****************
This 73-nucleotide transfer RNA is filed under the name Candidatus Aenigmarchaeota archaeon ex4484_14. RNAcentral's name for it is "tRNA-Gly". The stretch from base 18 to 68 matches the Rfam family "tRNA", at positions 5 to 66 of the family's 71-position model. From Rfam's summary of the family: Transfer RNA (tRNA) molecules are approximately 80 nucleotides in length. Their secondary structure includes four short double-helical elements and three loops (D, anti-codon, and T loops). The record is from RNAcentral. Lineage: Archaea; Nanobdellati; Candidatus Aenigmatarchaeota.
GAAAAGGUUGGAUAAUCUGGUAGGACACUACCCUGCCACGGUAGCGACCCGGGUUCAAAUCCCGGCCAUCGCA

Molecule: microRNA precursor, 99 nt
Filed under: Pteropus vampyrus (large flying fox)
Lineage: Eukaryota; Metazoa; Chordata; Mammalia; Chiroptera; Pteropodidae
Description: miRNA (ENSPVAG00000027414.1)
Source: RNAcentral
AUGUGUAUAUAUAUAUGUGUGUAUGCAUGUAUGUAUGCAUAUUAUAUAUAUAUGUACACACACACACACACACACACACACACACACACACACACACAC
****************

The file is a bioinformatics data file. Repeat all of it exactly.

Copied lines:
This 73-nucleotide transfer RNA is filed under the name Candidatus Aenigmarchaeota archaeon ex4484_14. RNAcentral's name for it is "tRNA-Gly". The stretch from base 18 to 68 matches the Rfam family "tRNA", at positions 5 to 66 of the family's 71-position model. From Rfam's summary of the family: Transfer RNA (tRNA) molecules are approximately 80 nucleotides in length. Their secondary structure includes four short double-helical elements and three loops (D, anti-codon, and T loops). The record is from RNAcentral. Lineage: Archaea; Nanobdellati; Candidatus Aenigmatarchaeota.
GAAAAGGUUGGAUAAUCUGGUAGGACACUACCCUGCCACGGUAGCGACCCGGGUUCAAAUCCCGGCCAUCGCA

Molecule: microRNA precursor, 99 nt
Filed under: Pteropus vampyrus (large flying fox)
Lineage: Eukaryota; Metazoa; Chordata; Mammalia; Chiroptera; Pteropodidae
Description: miRNA (ENSPVAG00000027414.1)
Source: RNAcentral
AUGUGUAUAUAUAUAUGUGUGUAUGCAUGUAUGUAUGCAUAUUAUAUAUAUAUGUACACACACACACACACACACACACACACACACACACACACACAC